Show simple item record

dc.contributor.advisor Mashego, T.A.B. Rasodi, Ngoako Matshukgane 2014-01-30T13:10:41Z 2014-01-30T13:10:41Z 2013
dc.description Thesis (M.A. (Clinical Psychology)) --University of Limpopo, 2013 en_US
dc.description.abstract The aim of the study was to explore preference for support and the different coping strategies that are employed by adolescents’ following suicide attempt in Limpopo Capricorn district. The sample comprised of 81 adolescents of both male and female who were admitted at public hospitals around the district and referred to psychology department for intervention. Using purposive sampling, data was collected through the use of a questionnaire which was divided into 1. Demographical information, 2. Multidimensional scale of perceived social support (MSPSS), 3. Ways of coping scale (WCS) which consisted of three subscales: active-cognitive, active-behavioural and avoidance strategies. Most participants reported not having support. Participants who expressed support from family, friends and significant others indicated that although family, friends and significant others were equally perceived to be an important source of support, family was more inclined to be the most preferred source of support. This preference differed according to gender as females perceived family to be the most important source followed by friends and lastly significant others, while males order of preference was friends followed by significant others and lastly family; indicating that males are more inclined to have their friends as the most preferred source of support than females. The findings of the study also indicated that suicidal adolescents used avoidance strategies followed by cognitive and lastly behavioural strategies. A significant relationship was established in the use cognitive strategies and coping by adolescents who viewed their support structures as supportive and also with active behavioural strategies. On avoidance strategies there was no significant relationship established highlighting the possibility that those adolescents who feel that they have no support use avoidance as a coping strategy. The recommendations made on the results from this study are that research in suicide should be a continuous process that keeps up with the changing family, political and cultural dynamics of our society. This is crucial since what is considered crucial support today for the adolescent, might not necessarily be viewed as relevant support for the adolescent in the en_US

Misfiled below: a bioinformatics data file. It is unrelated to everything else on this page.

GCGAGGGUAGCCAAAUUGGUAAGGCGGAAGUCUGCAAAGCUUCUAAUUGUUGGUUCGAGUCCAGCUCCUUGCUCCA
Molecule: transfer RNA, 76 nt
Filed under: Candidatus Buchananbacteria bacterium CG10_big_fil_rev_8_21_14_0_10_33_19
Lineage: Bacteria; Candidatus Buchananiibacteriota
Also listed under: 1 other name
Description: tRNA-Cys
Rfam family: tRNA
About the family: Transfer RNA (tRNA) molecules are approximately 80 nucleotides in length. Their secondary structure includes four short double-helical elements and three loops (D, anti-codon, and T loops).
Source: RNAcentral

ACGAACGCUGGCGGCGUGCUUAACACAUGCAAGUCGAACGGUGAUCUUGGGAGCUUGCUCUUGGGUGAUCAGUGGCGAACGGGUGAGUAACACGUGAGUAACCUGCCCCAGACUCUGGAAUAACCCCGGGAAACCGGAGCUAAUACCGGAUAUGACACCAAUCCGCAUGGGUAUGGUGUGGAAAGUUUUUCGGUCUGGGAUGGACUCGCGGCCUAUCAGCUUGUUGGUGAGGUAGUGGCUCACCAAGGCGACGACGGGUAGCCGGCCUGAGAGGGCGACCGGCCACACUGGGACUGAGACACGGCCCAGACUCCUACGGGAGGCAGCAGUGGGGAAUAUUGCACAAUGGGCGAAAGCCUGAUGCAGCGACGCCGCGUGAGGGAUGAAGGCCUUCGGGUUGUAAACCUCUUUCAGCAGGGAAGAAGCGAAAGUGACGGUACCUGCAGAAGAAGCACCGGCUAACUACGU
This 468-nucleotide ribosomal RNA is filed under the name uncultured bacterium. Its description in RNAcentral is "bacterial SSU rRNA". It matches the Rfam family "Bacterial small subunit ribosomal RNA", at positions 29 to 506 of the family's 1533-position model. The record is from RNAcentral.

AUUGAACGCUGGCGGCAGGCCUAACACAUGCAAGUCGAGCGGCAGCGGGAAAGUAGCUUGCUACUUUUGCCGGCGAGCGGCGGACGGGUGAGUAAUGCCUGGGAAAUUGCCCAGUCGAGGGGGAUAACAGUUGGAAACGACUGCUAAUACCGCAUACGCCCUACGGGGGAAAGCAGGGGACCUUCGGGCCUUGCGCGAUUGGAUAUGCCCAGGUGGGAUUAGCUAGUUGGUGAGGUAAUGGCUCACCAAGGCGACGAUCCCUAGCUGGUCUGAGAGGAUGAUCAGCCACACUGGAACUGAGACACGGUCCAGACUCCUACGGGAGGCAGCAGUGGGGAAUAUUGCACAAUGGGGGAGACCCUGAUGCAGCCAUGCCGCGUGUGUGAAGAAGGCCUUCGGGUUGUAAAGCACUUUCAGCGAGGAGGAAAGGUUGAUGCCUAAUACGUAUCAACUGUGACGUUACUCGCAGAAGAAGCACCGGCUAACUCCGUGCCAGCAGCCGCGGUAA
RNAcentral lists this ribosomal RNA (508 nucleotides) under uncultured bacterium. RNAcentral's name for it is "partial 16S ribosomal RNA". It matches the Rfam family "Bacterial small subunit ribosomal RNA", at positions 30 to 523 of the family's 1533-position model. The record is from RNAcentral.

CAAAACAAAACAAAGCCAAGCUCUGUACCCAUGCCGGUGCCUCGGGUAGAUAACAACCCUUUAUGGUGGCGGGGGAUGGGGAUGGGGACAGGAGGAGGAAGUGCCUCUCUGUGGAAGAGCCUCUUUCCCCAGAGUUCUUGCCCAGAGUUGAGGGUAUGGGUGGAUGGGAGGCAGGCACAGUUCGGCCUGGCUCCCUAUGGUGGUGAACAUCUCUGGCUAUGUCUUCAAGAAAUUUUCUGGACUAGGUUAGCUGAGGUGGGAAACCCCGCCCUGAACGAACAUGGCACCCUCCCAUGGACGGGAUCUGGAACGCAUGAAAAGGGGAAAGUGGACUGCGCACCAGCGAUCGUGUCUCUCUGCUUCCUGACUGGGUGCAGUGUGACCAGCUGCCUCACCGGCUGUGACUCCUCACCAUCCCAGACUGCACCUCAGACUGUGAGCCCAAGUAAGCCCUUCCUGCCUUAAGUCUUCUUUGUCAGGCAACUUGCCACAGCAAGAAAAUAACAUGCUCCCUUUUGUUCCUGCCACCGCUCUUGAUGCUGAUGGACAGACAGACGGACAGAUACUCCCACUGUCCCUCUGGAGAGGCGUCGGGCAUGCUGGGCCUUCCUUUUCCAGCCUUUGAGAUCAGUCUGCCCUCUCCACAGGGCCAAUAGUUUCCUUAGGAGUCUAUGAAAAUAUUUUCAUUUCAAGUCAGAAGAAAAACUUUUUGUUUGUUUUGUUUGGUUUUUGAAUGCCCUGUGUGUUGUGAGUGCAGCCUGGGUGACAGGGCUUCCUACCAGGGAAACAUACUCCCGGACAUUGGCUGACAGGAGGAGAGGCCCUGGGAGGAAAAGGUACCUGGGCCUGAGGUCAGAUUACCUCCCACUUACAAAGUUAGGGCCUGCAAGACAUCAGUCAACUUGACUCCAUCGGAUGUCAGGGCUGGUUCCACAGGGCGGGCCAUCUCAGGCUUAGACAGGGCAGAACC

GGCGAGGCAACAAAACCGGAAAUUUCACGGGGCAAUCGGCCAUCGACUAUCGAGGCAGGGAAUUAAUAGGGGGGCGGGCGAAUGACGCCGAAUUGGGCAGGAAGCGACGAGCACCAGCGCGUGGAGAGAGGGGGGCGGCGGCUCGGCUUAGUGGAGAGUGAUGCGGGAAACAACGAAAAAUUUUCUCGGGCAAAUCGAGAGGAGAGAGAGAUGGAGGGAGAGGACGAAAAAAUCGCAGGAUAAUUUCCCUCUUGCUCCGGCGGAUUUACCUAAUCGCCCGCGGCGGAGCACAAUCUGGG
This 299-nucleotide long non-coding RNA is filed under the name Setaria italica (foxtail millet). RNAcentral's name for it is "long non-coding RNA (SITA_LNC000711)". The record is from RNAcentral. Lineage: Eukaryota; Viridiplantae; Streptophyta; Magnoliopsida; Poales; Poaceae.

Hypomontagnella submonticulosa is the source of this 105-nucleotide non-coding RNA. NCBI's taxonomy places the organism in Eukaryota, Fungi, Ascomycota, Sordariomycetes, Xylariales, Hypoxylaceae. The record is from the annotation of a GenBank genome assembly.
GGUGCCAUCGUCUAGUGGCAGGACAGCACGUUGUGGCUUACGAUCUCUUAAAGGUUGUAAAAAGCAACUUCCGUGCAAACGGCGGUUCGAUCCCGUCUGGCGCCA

dc.format.extent xiii, 128 leaves. en_US
dc.language.iso en en_US
dc.publisher University of Limpopo (Turfloop Campus) en_US
dc.relation.requires PDF en_US
dc.subject Adolescents en_US
dc.subject.ddc 362.28 en_US
dc.subject.lcsh Control (Psychology) in adolescence en_US
dc.title Exploration of preferences for support and coping strategies follwing suicide attempt among adolescents in Limpopo Capricorn District en_US
dc.type Thesis en_US

Files in this item

This item appears in the following Collection(s)

Show simple item record

Search ULSpace


My Account